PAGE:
After twenty years of marriage K. had given H. everything except children. It was clearly too late for that. Everybody said so, especially the doctors, who were the experts on childbearing. H. had been 67 when he met K., who was 37 then. Biology had spoken.
For the first few years they made love like very young people again: without regard for time or space or the many demands of grown up life, which insert themselves so easily and effectively between a couple’s genitals. K. used protection then, if only because that’s what she’d always done; and as if to show that even at his age he was still a responsible adult, H. used protection also, so that they were doubly sheathed against the chance of new life.
After all, H. had other things to think about, such as the postponing of his own death: he’d discovered a small bottle on which “Elixir of Immortal Life” was written in runes, in the cupboard of his great-grandmother who, then already over 150 years old, had stopped celebrating her birthdays because nobody would believe she was alive anyway. She had turned from girl to woman to mother to ancestor and as such she sat, night and day, unbelievably small and shriveled, an icon of time, in an armchair clad in red velvet.
Meanwhile, K. was still busy turning her greeting card company into something she could live on after H.s death. K. did not really believe that H. would be around for her own old age, despite his family’s mythical longevity. Mother’s Day was high season in this well-wishing business but when she noticed how many competitors there were already, K. had moved into a corner of the market that was empty as of yet: her cards were wishing bad things on people. They contained short messages of hate bought by thrifty people who did not want to miss the holidays but who didn’t have anything good to say about, or to, their friends and relatives.
So there were no kids and it was Mother’s Day: women with children were hiding, trying to evade the ill-conceived celebrations of something that was their everyday experience. K. and H. were smirking: “Why don’t we celebrate ‘Shaving day’ for men,” said H., and K. laughed, a little tensely, perhaps because the question of motherhood was still charged for her. On a notepad, she wrote a possible slogan for an anti-mothers-day card: “I wish I was adopted, mom!”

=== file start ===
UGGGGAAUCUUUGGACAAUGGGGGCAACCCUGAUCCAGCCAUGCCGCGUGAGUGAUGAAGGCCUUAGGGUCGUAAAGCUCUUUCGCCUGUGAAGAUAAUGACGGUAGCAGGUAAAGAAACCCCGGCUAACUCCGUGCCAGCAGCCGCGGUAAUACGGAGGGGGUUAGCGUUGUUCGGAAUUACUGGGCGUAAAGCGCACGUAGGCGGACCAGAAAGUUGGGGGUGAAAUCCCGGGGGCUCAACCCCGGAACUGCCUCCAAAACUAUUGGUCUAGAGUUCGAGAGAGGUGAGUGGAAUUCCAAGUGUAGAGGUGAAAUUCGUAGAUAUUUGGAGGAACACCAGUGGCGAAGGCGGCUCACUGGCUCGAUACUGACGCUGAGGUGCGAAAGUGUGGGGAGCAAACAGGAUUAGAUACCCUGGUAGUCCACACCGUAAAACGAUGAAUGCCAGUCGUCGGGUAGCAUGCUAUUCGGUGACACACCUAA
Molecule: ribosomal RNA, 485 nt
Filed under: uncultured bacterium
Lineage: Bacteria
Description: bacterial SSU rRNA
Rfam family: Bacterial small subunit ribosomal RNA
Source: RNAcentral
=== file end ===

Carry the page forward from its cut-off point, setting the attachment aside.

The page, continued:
They were having breakfast out and it was impossible to focus on their private feelings because everywhere in the cafe, women were smiling in the middle of their families small and large. They turned into ubermothers on the spot, into projections of the perfect or the insufficient or the not present or the omnipresent, the negligent or the controlling mother, into types, into sculptures of themselves with enormous, eternally bestowing breasts and equally enormous claiming cunts, faceless like the Venus of Willendorf, amazons armed with a kitchen knife and a sieve for a shield.
K., now 57, looked at H., now 87, and found him just as attractive and sexy as she had many moons ago when she met him. H. looked back at her, his smile a little strained because he felt shy in public. Tender thoughts crossed his high forehead, related to last night’s lovemaking, which both had enjoyed loudly and lustfully, when K. suddenly felt a cramp. Something was different. She got scared and reached for H. She noticed the blue veins on his hand. She closed her eyes and put her arm across her belly, shutting out the buzz and the voices around her.
But there was nothing to be scared of, except an ocean of uncertainty and possibility and, most likely, the end of her greeting card business built on ill wishing and his obsession with eternal existence, because now there was a child in her womb. Life had spoken. It was mother’s day after all.
My wife asked that I write her a flash fiction story for Mother’s Day & post it. – I don’t know what she had in mind. Perhaps she just wanted to keep me occupied for the better part of the day so that I wouldn’t get any crazy ideas (it worked). For Carlye, with lots of love for mothers everywhere. – An edited version of this was published in THIS.